posted by Jon Mitchell at 12:35 AM on December 6, 2020 [1 favorite]


To be clear, I get it, I love to row my own gears. I love the sound and the feeling of internal combustion. Even a shit box can be fun to throw around. It feels like an event in a way that electric cars simply can't match. I even used to actively enjoy a little light wrenching, though wiring up a custom entertainment system run off a PC in the trunk was equally appealing.

However, I also I see the effect that the combustion products have on my neighbors, which are killing more people than are getting run over and are dying in crashes and I can't help but think that electrification can't come soon enough, and neither can getting (most) cars out of the damn city.
.
Happily, even when that day does come, there will still be plenty of old cars roaming the roads. There will still be ICE kit cars being made long after we're all dead. We aren't actually losing anything if the mass market goes entirely electric, but we will gain a lot. Even more if we can get people who live or work in large cities to keep them out.
posted by wierdo at 2:17 AM on December 6, 2020 [2 favorites]


I live in Indianapolis, for instance, and there’s simply no possible way the city is ever going be able to become your walkable, mass-transit, dream.

Ever is a long time, even in Indianapolis.
posted by fairmettle at 2:54 AM on December 6, 2020


I have a lot of sympathy for those who love the noise, smell and mechanics of ICE vehicles for the purpose of racing them or in preserving and restoring old models. It is hard to find one's hobby threatened by the advent of EVS. The new technology might have its own devotees, and some followers will be happier to make the jump there - but not everybody. It is like comparing steam trains with modern locomotives - and in the same way I'd expect there to be a group of people sourcing and refining small quantities of fuel for their cars, showing them off, taking them on limited road runs and racing them.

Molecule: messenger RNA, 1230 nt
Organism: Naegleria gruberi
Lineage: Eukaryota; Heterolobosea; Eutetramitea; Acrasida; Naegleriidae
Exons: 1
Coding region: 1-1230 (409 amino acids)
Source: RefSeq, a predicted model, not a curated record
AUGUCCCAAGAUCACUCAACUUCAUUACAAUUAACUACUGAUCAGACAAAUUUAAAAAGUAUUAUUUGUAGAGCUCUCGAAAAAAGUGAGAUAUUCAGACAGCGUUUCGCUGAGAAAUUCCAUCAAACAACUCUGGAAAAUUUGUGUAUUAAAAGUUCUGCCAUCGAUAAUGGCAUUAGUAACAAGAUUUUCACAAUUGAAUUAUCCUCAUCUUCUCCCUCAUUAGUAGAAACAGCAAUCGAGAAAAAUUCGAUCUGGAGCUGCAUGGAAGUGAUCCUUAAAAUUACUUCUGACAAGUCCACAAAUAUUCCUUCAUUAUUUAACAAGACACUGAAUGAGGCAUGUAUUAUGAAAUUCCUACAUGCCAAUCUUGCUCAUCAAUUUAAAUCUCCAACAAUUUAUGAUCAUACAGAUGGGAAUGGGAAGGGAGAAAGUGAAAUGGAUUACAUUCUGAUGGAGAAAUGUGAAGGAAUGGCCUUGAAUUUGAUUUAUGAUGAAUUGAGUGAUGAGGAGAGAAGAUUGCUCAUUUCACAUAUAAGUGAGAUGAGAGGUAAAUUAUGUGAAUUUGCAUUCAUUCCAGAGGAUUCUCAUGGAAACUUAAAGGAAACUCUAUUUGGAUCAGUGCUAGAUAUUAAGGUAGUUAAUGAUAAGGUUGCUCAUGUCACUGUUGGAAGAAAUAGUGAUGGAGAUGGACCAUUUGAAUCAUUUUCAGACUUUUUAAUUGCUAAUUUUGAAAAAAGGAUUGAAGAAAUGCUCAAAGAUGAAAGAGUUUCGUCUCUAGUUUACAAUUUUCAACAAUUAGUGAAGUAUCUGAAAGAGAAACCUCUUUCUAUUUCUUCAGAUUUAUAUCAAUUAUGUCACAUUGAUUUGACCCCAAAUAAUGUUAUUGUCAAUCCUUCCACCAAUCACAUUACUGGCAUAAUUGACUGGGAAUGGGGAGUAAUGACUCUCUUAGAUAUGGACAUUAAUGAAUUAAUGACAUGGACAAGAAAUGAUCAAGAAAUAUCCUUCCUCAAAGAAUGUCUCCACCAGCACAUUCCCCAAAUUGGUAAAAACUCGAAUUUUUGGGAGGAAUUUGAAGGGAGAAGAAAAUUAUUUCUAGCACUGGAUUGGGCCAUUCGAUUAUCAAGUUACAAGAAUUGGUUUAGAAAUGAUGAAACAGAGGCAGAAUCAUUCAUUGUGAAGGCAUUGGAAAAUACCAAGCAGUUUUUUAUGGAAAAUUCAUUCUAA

But the real source of change will come from the mass market of motorists: people more concerned with purchase costs, fuel costs, running costs, ease of driving, etc. This is the market segment that I think is about to go through an s-shaped adoption curve of EVs. The early part of an S adoption curve can easily be confused with some niche, background event - then we go through an explosion to the point where 85% or more people have adopted the new technology: see smarphones, LED lightbulbs, etc. Here is an article from Ross Teissen - discussed also here - that looks at a century of S curve adoptions and makes predictions that there will be an inflexion point around 2023 where the price of oil starts to collapse as a result of decreased demand: at the same time we will see a glut of used ICE cars and elderly ICE cars as people transfer to EVS or prepare to do so. Its going to be a bumpy ride for the auto-industry: not so much the niche players and those in the mass market with a legacy investment in ICE production.